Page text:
The La-La Land of Election Promises – and why no-one talks about implementation

On the radio on Saturday UK Cabinet Minister Michael Gove was asked about his party’s promise to plant 50000 trees. The interviewer points out that his government had failed to deliver on similar promises made in both 2015 and 2017. So why should we believe you this time? Answer: it will be so much easier once we leave the EU.

 

Yesterday Labour leader Jeremy Corbyn announced a bold programme to nationalise BT Openreach and deliver full fibre broadband nationwide in eight years.

 

The assumption behind the nationalisation is that the market has failed and once the company is state owned the objectives will more effectively achieved.

 

According to The Guardian (How Feasible is Labours Free Broadband Plan…?) Australia has tried to do this and it has been branded one of the biggest infrastructure failures in its history. Apparently ‘Australia’s National Broadband Network is years late, massively over budget and offering speeds and technology a fraction of the original intention’.

 

Now maybe Labour has studied the Australian experience and knows how it will do things differently. Maybe Michael Gove has learned from the Conservative government’s failure to deliver the tree planting it promised in two successive elections.

 

If so, why don’t they talk about the perils of implementation? And why don’t their interviewers hold their feet to the fire?

 

An election campaign which consists of an auction of cash promises is childish in its naivety.

 

The same unsubstantiated auction of promises is devaluing the vital debate about the health service. This week the National Health Service published alarming statistics about lengthening waiting times for operations, and growing risks of death through low response times in Accident and Emergency.

 

What too few politicians or commentators have mentioned in their contribution is this simple reality. Of course, more investment and revenue are needed for the NHS. Yet the largest factor holding back the effective use of our resources is the failure of successive governments to fund and effectively design   social care.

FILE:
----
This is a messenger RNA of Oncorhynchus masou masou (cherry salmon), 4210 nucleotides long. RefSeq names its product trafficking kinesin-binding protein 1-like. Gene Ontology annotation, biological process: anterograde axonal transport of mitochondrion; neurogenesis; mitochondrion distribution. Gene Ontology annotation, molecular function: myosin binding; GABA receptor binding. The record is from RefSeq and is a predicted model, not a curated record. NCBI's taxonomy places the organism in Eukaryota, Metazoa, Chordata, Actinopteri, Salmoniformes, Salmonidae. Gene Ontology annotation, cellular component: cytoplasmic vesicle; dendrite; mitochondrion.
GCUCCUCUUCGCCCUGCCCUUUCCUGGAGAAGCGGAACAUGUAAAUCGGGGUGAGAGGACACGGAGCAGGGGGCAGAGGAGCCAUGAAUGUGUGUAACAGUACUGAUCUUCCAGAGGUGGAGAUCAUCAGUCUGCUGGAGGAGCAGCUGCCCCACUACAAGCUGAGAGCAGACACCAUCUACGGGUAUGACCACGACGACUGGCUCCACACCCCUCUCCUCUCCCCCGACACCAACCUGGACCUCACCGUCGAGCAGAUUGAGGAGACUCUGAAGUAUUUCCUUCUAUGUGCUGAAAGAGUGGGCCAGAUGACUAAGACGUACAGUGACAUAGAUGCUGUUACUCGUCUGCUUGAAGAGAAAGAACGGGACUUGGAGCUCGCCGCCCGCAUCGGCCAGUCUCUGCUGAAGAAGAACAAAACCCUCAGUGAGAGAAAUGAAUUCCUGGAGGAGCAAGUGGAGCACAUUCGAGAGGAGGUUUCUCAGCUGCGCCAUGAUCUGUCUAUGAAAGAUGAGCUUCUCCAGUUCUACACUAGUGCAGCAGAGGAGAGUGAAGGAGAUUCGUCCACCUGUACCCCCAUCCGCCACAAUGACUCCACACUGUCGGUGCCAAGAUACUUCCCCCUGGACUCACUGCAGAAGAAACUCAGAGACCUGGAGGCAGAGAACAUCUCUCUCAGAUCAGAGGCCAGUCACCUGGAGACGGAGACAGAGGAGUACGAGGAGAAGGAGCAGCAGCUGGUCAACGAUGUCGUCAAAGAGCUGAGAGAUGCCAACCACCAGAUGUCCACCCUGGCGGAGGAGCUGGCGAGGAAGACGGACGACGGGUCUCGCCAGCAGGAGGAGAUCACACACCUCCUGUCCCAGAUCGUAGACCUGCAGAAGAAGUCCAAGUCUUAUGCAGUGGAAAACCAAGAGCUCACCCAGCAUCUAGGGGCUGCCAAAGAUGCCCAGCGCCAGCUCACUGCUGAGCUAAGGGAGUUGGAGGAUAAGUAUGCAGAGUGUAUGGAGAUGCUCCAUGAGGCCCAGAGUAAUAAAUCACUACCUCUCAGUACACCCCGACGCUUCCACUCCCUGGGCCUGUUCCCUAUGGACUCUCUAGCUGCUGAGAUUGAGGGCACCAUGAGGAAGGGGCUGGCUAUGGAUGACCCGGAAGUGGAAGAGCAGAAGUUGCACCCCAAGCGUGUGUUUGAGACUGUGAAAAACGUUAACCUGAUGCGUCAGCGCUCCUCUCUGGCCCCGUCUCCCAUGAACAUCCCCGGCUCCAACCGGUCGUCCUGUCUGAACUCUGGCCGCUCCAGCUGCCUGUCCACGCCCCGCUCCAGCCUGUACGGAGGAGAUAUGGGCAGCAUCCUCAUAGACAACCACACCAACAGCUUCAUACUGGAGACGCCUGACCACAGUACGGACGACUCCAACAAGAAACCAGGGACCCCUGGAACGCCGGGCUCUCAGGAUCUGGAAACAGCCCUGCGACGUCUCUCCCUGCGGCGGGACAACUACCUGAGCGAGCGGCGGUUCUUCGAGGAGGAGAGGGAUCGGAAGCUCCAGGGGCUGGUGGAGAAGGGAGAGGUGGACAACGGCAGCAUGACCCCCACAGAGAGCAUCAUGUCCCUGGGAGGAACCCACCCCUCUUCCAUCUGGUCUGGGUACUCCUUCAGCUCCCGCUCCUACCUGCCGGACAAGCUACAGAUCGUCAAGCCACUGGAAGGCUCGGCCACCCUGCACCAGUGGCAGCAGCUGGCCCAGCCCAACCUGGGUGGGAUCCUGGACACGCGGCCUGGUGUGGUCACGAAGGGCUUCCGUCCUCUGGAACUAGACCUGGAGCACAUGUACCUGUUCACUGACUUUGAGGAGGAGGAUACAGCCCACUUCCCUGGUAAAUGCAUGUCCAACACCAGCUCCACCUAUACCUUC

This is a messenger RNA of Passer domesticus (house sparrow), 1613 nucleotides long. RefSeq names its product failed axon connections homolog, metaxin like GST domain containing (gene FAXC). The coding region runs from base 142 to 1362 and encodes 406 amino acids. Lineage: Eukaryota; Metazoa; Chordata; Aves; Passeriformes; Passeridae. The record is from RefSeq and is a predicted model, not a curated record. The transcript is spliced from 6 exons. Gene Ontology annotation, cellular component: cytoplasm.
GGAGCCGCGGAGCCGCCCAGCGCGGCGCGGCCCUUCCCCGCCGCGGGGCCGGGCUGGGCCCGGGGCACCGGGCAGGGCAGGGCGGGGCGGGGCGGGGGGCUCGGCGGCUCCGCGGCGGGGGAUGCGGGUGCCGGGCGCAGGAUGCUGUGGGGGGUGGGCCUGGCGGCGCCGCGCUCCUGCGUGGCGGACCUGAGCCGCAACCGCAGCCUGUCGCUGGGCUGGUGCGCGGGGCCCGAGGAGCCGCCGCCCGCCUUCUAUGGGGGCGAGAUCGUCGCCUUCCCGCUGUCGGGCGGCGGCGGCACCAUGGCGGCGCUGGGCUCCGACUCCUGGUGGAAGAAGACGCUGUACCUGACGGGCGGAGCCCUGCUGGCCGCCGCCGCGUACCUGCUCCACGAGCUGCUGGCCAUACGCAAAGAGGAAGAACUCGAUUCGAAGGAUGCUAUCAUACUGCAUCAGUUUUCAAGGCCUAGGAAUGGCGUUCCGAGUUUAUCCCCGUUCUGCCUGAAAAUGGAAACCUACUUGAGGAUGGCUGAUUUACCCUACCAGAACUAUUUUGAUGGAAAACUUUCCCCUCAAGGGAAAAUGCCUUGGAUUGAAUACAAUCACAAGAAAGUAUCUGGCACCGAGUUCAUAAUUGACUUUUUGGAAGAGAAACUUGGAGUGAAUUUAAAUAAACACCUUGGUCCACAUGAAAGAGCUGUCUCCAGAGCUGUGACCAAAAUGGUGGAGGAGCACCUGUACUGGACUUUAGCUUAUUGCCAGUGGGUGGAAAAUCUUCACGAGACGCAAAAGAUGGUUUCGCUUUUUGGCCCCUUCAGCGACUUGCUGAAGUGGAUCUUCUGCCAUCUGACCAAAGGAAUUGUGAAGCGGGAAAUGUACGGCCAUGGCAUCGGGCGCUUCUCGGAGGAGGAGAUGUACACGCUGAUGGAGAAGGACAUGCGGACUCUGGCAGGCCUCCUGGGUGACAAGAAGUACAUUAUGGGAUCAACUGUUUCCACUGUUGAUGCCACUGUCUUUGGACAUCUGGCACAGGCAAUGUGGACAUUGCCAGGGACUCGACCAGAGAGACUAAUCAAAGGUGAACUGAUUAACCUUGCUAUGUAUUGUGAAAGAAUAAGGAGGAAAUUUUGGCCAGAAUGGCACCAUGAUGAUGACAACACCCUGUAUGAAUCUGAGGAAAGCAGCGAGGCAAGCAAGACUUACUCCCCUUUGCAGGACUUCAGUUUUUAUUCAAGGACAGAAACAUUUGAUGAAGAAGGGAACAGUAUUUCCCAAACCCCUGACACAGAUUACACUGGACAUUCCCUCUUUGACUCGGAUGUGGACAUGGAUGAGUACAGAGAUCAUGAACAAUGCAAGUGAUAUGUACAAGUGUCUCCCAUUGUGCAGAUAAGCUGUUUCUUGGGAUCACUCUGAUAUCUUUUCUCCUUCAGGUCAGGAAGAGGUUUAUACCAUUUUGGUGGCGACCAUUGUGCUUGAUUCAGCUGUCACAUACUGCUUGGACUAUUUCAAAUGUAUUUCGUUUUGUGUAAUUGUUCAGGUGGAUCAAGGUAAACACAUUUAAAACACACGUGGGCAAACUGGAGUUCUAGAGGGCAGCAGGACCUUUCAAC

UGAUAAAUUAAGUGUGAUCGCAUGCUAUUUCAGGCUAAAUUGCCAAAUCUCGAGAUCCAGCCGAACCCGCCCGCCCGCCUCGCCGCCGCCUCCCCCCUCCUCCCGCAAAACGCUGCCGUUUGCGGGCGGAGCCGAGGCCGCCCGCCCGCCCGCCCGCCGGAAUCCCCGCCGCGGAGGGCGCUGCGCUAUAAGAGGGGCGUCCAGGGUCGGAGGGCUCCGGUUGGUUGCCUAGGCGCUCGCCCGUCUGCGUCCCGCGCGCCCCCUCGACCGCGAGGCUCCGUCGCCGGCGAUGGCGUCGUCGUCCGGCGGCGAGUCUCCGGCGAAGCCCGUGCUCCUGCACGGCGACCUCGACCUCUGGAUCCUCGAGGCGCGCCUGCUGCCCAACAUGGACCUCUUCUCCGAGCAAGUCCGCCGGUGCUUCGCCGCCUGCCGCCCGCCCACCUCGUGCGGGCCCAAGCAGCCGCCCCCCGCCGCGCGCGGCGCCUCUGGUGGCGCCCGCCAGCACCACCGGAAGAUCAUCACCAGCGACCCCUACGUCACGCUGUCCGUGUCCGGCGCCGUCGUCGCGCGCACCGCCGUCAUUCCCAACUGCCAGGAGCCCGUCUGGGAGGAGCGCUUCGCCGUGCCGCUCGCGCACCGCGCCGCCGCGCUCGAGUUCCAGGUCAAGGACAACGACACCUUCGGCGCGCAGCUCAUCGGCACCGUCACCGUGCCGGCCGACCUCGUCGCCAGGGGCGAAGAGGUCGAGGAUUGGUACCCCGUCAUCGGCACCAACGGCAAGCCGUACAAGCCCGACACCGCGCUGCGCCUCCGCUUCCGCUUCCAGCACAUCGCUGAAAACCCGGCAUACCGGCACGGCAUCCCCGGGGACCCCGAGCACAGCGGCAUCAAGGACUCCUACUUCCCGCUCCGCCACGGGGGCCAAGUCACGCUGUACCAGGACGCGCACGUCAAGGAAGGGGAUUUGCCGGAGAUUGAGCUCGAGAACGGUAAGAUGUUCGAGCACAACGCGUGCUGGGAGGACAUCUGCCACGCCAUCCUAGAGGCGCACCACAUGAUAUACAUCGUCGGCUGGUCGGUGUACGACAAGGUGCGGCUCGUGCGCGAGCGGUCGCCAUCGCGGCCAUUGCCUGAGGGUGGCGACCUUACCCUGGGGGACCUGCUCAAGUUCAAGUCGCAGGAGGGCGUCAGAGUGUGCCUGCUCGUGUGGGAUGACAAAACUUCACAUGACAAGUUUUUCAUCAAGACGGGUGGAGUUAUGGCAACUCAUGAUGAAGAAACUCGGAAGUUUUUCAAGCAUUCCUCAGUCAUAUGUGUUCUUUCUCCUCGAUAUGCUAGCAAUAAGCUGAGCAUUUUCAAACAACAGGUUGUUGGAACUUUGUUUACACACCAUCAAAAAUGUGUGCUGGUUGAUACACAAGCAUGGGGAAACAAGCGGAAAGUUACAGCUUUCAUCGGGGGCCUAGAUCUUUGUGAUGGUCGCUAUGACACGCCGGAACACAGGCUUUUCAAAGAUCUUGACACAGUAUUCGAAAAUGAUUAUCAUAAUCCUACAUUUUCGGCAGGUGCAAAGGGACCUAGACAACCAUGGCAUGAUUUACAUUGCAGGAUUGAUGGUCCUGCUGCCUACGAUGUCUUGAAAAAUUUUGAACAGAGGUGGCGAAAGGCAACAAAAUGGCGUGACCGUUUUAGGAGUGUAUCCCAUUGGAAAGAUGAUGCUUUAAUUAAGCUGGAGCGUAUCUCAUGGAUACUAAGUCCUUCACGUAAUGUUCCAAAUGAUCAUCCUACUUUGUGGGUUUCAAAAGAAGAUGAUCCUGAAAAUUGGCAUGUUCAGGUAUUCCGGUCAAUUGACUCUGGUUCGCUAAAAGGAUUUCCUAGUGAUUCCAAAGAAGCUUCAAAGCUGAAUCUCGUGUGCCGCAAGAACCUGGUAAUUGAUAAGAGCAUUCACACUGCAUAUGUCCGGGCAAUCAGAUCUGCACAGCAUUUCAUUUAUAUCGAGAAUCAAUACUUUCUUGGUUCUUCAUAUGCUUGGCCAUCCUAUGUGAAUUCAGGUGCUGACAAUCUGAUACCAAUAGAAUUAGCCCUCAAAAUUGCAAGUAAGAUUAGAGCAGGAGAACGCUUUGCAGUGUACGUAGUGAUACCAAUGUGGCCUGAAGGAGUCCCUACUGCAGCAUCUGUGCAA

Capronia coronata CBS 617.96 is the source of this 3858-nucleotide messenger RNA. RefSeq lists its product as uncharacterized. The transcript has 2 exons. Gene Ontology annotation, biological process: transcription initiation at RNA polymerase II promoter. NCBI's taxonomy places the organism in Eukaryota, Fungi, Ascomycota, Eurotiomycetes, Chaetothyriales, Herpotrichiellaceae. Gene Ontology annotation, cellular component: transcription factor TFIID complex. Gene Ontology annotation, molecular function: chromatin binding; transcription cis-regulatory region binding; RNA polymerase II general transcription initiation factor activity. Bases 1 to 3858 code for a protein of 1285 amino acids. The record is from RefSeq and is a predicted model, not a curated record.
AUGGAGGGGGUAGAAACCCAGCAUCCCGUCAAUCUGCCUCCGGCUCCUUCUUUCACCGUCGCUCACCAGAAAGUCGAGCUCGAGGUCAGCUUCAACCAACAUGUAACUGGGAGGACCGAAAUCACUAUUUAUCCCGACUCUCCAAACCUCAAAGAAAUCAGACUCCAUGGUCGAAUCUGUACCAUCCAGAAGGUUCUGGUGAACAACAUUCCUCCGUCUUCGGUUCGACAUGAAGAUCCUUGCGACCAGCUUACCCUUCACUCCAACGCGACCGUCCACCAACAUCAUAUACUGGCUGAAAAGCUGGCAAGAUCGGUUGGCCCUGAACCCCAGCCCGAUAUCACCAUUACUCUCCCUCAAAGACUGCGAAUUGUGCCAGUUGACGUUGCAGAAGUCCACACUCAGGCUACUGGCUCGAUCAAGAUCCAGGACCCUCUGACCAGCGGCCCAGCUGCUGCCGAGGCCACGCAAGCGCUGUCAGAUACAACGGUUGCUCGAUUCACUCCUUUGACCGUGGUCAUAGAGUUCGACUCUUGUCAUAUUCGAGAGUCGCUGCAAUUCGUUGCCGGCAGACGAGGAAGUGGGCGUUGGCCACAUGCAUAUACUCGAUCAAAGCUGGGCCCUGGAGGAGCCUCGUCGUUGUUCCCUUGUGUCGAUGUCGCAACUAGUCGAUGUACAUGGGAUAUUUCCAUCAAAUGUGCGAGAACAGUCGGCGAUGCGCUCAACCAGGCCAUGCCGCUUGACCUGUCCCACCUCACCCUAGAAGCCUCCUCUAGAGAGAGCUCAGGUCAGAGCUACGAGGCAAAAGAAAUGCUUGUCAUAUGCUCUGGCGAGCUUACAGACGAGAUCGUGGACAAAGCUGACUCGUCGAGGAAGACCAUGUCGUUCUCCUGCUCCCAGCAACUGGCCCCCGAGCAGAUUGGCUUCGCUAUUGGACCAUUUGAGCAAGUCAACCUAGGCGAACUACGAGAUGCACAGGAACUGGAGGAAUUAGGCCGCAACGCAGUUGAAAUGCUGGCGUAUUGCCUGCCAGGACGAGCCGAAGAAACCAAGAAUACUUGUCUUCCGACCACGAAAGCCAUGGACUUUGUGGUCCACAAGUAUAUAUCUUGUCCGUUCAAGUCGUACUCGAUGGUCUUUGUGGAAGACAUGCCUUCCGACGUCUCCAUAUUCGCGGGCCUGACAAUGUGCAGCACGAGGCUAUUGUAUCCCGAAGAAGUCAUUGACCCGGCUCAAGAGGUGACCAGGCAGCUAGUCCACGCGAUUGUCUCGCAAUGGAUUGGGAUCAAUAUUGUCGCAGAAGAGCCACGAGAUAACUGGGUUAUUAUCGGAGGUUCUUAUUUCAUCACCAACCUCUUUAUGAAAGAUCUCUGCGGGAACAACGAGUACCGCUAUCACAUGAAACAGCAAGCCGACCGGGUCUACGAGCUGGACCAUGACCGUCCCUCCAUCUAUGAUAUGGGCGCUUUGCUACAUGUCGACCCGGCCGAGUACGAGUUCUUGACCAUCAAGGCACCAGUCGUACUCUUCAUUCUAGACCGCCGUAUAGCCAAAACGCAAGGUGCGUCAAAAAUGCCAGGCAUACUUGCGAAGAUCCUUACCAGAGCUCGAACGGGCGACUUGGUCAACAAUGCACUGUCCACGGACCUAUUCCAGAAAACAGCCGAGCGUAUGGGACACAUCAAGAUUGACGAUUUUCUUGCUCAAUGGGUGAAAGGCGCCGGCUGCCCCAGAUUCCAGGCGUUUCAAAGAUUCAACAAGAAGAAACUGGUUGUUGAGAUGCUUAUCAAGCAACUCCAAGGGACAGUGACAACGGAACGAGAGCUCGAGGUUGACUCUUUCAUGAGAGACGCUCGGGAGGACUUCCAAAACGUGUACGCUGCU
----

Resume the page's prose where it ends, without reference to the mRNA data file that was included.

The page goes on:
Labour tells us that ‘Since the Royal Commission chaired by Sir Stewart Sutherland in 1999 there have been 12 White Papers, Green Papers and other consultations about social care in England, but very little progress.’.

 

So, credit to Labour for proposing to set up a National Care Service. But sadly, their policy paper is still in La-La land when it comes to how care will be organised. There is simply the usual ‘blind faith’ statement that the shift to private sector provision has failed, and needs to be replaced by a shift back to a social car system operated largely by local authority employees.

 

Disappointingly Labour’s paper tells us nothing about how will this be organised and why the models used by local authorities will be better.  In her article in the Financial Times (A consensus on care for the elderly is finally emerging) Camilla Cavendish draws attention to Buurtzog, a third sector approach to providing care that is a proven winner, saving the Dutch taxpayer billions of euros while also making care more person-centred. Any party wanting to improve the quality and cost effectiveness of care should be able to demonstrate awareness of what best practice looks like.

 

I would like to ask that every aspiring politician or interviewer of politician s be made to read ‘The Blunders of Our Governments’ by Anthony King and Ivor Crewe.

 

This superb book published in 2013 offers a catalogue of examples. In each case governments set out with high ambitions to invest, reform, change things for the better. In each case the problem was not with the ‘what’ or the ‘how much’. It was with the practicality and the organisation. A good place for Labour to start might be the billions wasted on a failed and centralised NHS IT system under a previous Labour government.

 

Finally, I would modestly ask them to read chapter 7 of Entrusted- the new book I have written with Ong Boon Hwee of Singapore.

 

In this we describe how, in one area – of policy towards wealth creation – different governments have avoided blunders and laid the foundations for successful implementation.

 

Please can we move the debate from: ‘We are going to outspend you’ to: ‘We have studied the practicalities and can show they we will give the taxpayer better value for money because we have thought about how best to organise things’.

 

 

 

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